13. Results Accuracy of performance on the two subtest of measurement (percent correct)

14. A series of path analysis models were run Outcome variables formula-based measurement scores spatial/conceptual measurement scores Cognitive predictor variables Numeric test scores Spatial visualization scores We compared models, in which patterns of associations were assumed to be equal for the two income groups patterns of associations were allowed to differ between income groups The best model fit was obtained when relations between cognitive predictors and outcome variables were allowed to vary as a function of income level For each income group, we then examined direct and indirect associations between gender and outcome variables Path Analysis Plan

15. Path Analysis Results for Higher-income Students • Spatial/conceptual measurement was predicted by both numeric and spatial visualization skills (41% of variance explained) • Formula-based measurement was also predicted by both numeric and spatial visualization skills (44% of variance explained) • There were no significant gender differences on either subtype of measurement performance • No direct effects • No indirect effects via numeric or spatial visualization skills

16. Model for higher-income group .45 Spatial Spat/ Concpt Skills Measurement .42 a. Gender .48 .32 Form.-based Numerical Skills Measurement .59 .26 Spatial Spat/ Concpt Skills Measurement b . .37 Gender .54 .23 Form.-based Numerical - .24 Skills Measurement .46 Χ2 = 9.80 df =8, p = .28; NNFI = .98; RMSEA = .05

17. Path Analysis Results for Lower-income Students • Similar to higher-income group, spatial/conceptual measurement was predicted by both numeric and spatial visualization skills (42% of variance explained) • In contrast to higher-income group, formula-based measurement was predicted only by numeric skills (28% of variance explained) • There were both direct and indirect effects of gender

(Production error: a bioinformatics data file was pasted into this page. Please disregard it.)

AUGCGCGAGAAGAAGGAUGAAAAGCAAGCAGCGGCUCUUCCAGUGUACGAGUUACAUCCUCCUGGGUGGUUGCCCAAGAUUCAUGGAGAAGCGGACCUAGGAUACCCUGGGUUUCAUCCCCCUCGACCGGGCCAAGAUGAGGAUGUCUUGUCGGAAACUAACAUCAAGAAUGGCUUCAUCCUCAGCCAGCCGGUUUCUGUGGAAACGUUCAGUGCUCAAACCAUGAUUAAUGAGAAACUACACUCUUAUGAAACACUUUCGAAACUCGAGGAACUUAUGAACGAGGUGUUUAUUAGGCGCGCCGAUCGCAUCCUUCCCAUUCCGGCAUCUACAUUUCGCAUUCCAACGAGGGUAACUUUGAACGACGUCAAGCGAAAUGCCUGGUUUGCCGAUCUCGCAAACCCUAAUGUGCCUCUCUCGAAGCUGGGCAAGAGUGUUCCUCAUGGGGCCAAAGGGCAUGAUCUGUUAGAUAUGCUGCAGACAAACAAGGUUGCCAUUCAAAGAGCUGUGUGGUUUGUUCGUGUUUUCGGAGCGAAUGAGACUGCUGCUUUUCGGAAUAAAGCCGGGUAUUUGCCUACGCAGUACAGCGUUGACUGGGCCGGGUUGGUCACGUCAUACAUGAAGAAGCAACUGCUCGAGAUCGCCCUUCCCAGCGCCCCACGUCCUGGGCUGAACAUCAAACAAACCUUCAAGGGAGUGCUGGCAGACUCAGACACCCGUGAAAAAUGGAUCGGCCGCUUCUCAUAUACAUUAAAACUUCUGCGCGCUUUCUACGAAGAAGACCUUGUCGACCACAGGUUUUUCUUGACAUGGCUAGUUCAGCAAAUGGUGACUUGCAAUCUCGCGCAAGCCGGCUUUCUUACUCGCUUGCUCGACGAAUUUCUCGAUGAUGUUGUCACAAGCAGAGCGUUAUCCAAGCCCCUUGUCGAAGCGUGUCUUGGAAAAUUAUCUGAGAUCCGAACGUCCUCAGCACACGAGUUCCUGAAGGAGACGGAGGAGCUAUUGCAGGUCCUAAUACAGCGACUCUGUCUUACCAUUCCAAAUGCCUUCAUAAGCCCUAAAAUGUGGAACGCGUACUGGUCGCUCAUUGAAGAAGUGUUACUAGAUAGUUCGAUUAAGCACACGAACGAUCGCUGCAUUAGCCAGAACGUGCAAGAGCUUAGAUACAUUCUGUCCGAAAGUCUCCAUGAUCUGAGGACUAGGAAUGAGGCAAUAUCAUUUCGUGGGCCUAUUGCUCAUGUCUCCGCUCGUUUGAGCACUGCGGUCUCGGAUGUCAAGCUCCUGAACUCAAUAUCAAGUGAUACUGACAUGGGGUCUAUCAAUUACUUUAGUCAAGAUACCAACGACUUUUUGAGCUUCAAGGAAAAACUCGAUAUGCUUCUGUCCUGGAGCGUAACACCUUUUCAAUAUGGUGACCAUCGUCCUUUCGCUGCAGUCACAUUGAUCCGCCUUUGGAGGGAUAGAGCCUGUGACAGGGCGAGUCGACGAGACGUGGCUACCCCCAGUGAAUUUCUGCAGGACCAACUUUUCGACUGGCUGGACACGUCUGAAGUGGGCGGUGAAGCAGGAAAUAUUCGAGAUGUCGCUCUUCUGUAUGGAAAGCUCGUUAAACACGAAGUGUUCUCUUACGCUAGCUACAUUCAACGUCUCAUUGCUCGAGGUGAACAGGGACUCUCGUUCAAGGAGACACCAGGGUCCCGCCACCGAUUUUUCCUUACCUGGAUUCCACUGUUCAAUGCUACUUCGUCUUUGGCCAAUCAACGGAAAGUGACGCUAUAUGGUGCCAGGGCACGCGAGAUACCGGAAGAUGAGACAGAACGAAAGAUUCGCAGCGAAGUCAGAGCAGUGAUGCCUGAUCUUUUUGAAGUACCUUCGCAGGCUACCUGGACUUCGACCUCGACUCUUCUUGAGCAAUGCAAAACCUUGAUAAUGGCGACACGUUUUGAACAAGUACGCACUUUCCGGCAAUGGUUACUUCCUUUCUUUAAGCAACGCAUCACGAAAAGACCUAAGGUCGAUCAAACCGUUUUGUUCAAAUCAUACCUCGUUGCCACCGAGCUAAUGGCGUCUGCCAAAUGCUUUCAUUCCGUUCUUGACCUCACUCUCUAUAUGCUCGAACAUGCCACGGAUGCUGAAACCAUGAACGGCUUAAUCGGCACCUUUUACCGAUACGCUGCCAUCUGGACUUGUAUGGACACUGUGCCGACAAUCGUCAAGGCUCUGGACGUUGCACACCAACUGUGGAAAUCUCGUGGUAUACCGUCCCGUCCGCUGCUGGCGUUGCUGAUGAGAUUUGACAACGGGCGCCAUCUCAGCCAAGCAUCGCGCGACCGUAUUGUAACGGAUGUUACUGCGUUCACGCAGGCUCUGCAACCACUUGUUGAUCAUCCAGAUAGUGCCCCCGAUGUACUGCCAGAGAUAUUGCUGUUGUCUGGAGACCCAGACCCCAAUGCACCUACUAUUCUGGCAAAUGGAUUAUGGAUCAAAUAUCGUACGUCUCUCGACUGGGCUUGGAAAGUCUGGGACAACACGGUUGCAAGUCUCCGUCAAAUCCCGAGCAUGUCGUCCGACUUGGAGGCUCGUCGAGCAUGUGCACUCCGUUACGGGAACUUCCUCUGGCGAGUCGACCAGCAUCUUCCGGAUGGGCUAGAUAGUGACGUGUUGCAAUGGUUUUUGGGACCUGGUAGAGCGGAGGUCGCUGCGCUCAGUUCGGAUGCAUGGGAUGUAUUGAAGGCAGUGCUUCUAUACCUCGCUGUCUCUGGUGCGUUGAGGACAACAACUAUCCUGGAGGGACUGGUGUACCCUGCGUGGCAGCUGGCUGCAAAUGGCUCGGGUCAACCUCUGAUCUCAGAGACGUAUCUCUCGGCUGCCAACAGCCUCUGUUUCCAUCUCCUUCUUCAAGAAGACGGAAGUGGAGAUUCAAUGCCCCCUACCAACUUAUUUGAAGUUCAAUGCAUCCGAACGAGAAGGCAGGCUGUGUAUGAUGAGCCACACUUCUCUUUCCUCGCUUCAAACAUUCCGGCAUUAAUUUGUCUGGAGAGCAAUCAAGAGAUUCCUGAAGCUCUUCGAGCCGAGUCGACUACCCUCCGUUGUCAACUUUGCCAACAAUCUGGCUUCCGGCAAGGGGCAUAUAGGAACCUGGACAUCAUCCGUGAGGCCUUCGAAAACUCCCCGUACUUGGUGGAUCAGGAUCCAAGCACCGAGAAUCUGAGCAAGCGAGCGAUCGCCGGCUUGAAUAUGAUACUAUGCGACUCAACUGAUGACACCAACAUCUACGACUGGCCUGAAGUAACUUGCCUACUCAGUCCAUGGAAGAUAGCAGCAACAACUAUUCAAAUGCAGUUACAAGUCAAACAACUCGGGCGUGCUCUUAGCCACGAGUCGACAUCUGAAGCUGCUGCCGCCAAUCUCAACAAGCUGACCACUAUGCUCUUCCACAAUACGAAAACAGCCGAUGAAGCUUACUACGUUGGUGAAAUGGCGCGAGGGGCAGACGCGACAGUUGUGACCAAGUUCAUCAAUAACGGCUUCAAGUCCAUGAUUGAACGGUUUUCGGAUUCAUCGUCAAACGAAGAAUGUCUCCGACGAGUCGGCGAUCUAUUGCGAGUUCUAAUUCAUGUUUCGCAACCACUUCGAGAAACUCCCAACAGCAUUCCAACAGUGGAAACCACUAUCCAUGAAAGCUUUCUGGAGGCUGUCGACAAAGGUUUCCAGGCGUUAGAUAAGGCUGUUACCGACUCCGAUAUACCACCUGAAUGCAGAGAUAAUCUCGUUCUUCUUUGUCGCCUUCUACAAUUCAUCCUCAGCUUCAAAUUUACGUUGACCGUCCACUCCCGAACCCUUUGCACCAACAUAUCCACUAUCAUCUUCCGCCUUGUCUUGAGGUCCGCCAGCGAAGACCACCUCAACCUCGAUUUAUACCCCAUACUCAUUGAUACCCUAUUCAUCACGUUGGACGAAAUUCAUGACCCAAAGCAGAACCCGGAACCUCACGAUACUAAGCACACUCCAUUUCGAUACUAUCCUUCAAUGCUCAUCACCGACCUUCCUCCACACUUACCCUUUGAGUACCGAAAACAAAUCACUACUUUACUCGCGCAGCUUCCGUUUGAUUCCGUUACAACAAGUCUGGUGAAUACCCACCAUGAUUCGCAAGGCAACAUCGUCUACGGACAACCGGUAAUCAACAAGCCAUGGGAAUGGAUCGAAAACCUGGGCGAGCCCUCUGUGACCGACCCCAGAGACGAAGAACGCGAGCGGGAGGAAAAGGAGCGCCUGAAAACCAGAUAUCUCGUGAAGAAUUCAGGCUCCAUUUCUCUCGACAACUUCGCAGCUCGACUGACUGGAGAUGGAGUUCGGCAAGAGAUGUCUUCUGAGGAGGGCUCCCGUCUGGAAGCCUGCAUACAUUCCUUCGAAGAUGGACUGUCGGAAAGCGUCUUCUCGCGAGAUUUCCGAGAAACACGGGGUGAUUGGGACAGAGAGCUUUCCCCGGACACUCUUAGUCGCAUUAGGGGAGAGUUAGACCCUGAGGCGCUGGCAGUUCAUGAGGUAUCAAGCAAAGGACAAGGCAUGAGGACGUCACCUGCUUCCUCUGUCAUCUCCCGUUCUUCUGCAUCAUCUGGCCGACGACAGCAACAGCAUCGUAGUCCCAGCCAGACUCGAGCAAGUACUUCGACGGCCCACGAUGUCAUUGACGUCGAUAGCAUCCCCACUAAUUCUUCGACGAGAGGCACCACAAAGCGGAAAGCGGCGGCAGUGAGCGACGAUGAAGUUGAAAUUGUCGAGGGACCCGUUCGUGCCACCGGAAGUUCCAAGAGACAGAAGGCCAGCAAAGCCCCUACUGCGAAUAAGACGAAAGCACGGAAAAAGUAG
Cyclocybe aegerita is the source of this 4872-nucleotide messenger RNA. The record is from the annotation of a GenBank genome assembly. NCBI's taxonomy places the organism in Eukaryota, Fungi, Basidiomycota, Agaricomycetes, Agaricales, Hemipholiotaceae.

18. Gender Effects in Lower-Income Students • Gender differences • Boys performed significantly better than girls on spatial/conceptual measurement items • Girls performed significantly better than boys on formula-based measurement items • Girls performed significantly better than boys on numeric test • Gender directly associated with spatial/conceptual subtest • Boys’ had a direct advantage on spatial/conceptual measurement items • Gender indirectly associated with formula-based subtest • Numeric skills mediated girls’ advantage on formula-based measurement items

19. Model for higher-income group .45 Spatial Spat/ Concpt Skills Measurement .42 a. Gender .48 .32 Form.-based Numerical Skills Measurement .59 .26 Spatial Spat/ Concpt Model for lower-income group Skills Measurement b . .37 Gender .54 .23 Form.-based Numerical - .24 Skills Measurement .46 Χ2 = 9.80 df =8, p = .28; NNFI = .98; RMSEA = .05

20. Discussion • Striking differences between lower- and higher-income students: • A very different level of performance on measurement • A different pattern of relations among predictors for higher- and lower-income students • Differences in gender effects

21. Higher-Income Students • Higher-income students seem to have synthesized spatial and numeric understanding of measurement • Able to draw on both types of cognitive skills when solving measurement problems across the board • Spatial understanding of measurement comes in useful even when deciding what formula to apply • Possible alternative interpretation of findings • General intelligence factors, e.g., brighter students did better on all measures • However, when controlled for verbal IQ, numerical and spatial skills still significantly predicted for measurement

22. Higher-Income Students • Higher-income students seem to have synthesized spatial and numeric understanding of measurement • Able to draw on both types of cognitive skills when solving measurement problems across the board • Spatial understanding of measurement comes in useful even when deciding what formula to apply • Possible alternative interpretation of findings • General intelligence factors, e.g., brighter students did better on all measures • However, when controlled for verbal IQ, numerical and spatial skills still significantly predicted for measurement

23. Higher-Income Students • Lack of gender differences on both subtests of measurement contrasts with general findings of a male advantage reported in large-scale studies • Both boys and girls performed quite well • Girls on average scored nearly 80% correct on the spatial/conceptual items • These girls clearly were not having major difficulties with the items requiring spatial thinking